The missing link

Link broker Dan Levitus shares his insight on what makes and breaks hospitality businesses entering the property game, and how to prepare for the best result.

For years, Australia’s housing market has been identified as a “seller’s market” and that trend is set to continue in our roasting industry according to Licensed Business Broker Dan Levitus.

“Any coffee roaster is winning at the moment,” says Dan of Link Business. “It’s the best time to sell a roastery. It’s a competitive buying environment and that drives the price up. Sellers have all the leverage.”

Roasting has been regarded as a growth industry for the past 20 years, but in the past five, Dan has seen a lot of “garage-type home roasters” pop up and grow until they reach their limits.

“Often, those roasters push 400 to 500 kilograms [of roasted coffee] or more per week, and get to the point where their equipment can’t handle any more volume,” Dan says. “At this stage, they question whether it’s economically viable to increase production and buy larger facilities and equipment. Roasters need to look at their financial position, the quality and volume of wholesale customers, the balance of the debtors and creditors, and many will consider selling.”

When businesses reach this level, Dan says companies become interested in acquiring the “smaller backyard roaster” because it’s a more economical way of growing their own customer base.

“It’s the same in the beer market. There are lots of backyard brewers who can’t achieve economies of scale. It’s far easier for larger brewers to step in and buy up the smaller guys,” he says.

That’s where Dan comes in. Link is one of the largest business brokerage in the Southern Hemisphere, giving customers access to a huge database of qualified business buyers all looking for the right investment opportunity, be it a franchise, specialty coffee shop, or roastery.

To help streamline the sale process, the qualified consultants at Link help to maintain a degree of ethics in transactions between the buyer and the seller.

“Buying a roastery is not like buying a house. It’s a transfer of assets. It takes time and investment,” Dan says. “It’s not about what you can touch or feel. It’s intangible. You can sell a home in 14 days but business sales are never quite so simple, and that’s why a broker is vital.”

Dan knows first-hand the emotional demands of buying and selling a business. He bought his first café in 2006, which he operated for seven years, then partnered with friends in a new business venture that didn’t go as quite as planned.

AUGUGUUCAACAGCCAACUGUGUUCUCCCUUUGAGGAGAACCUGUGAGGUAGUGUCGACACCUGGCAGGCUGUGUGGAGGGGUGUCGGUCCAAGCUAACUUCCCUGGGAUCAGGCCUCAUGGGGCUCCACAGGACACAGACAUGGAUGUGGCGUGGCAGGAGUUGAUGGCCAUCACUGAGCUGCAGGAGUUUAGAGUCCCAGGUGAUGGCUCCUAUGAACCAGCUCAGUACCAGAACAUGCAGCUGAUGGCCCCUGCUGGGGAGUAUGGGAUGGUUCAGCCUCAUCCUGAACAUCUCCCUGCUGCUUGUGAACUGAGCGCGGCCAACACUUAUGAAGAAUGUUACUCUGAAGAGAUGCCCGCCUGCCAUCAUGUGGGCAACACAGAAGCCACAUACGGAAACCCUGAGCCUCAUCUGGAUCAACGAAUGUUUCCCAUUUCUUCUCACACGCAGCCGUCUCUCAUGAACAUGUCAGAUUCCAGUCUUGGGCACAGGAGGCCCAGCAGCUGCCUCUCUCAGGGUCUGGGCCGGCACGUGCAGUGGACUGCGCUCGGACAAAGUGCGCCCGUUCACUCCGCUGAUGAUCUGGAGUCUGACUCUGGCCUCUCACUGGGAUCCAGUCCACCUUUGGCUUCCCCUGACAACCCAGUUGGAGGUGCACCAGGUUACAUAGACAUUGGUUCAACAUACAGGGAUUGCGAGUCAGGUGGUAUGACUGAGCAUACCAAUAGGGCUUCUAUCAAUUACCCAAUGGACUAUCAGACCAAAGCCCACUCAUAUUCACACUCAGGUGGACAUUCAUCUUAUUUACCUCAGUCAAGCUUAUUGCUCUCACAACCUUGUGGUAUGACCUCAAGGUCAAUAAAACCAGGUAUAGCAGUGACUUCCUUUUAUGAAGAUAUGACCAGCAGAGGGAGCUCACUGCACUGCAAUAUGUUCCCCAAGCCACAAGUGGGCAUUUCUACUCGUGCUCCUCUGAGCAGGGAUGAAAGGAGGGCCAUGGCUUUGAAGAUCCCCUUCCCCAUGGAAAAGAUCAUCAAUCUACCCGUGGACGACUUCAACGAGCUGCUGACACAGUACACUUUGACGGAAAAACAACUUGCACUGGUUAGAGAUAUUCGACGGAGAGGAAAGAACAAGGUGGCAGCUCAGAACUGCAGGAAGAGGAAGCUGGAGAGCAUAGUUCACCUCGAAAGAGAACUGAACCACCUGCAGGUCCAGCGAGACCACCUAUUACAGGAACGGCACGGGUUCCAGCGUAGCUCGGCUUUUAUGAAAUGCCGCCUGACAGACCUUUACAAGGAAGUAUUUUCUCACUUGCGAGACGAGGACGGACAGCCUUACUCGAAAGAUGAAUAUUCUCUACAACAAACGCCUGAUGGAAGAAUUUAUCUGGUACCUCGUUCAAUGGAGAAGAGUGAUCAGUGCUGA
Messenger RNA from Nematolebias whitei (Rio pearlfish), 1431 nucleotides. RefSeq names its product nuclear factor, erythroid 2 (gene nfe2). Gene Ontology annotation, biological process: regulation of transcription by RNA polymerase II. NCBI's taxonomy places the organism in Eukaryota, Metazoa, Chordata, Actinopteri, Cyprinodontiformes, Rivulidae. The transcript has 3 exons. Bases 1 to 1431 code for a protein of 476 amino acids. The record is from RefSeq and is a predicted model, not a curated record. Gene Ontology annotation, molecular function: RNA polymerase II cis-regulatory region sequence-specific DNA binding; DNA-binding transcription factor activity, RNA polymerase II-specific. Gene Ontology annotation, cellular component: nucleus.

“I lost a lot of money from that experience, but it’s taught me how to flip that loss into success, and that’s the experience I want to share with customers going through a similar experience,” he says.

When it comes time to sell a business, the first question vendors ask Dan is: ‘How much do you charge?’ A reasonable question, but the more important one is: ‘Are we the right fit for one another?’

“My purpose is to help business owners maximise the value they receive on sale and to provide advice and strategy on how to add value. My aim is to create an environment where we have multiple buyers fighting over your business,” he says. “To do that, we need to be on the same page and the seller needs to have the right attitude. If they don’t care about the business, then neither will the buyer. I’ve seen people invest and loose out because they’re not prepared for what business transactions actually entail.”

Dan says most sellers come to Link when they’re ready to sell but their business is not. They first need to “groom” the business for sale.

To start, Dan says companies looking to sell need to address “value drivers”, anything that can be added to the property that will increase its worth to the buyer. It could be the lease or looking at the owner and manager’s role in the business, and what efficiencies could be gained.

“It’s important to assess not just the financial credibility, but the transferability of the business to someone else,” he says. “Most hospitality venues I come across are owner-operated. In the case of fine dining restaurants that are chef-owned, sometimes it’s the chef’s reputation that makes a restaurant so valuable, so that value needs to be taken into account. It is impossible to transfer that level of reputation when the chef is no longer with the business. The same goes for a star barista.”

Dan says the classic approach most brokers take to promote a business is turnover. However, it’s more important to consider the operating costs, and be able to demonstrate these reasonably in a sales process.

“The mindset of a purchaser can be ruined by one tiny misleading factor,” he says. “Essentially, you have to sell your business twice in today’s selling environment – once to a buyer and then all over again to their accountant who will use the Australian Tax Office to benchmark expenses.

When there is an interested party in the purchase of a business – once an offer is received subject to due diligence – the current owner should expect to provide a list of assets both tangible and intangible, disclosure of any liabilities that need to be accounted for, details of the lease and licenses, staff details such as pay rates and time with the business, and at least two years of financial information.

For manufacturing businesses, Dan says details of product margins, supplier and customer contracts, equipment service schedules, and Occupational Health and Safety policies are most commonly asked for by the prospective buyer.

To hear more about how Dan can help your business, visit

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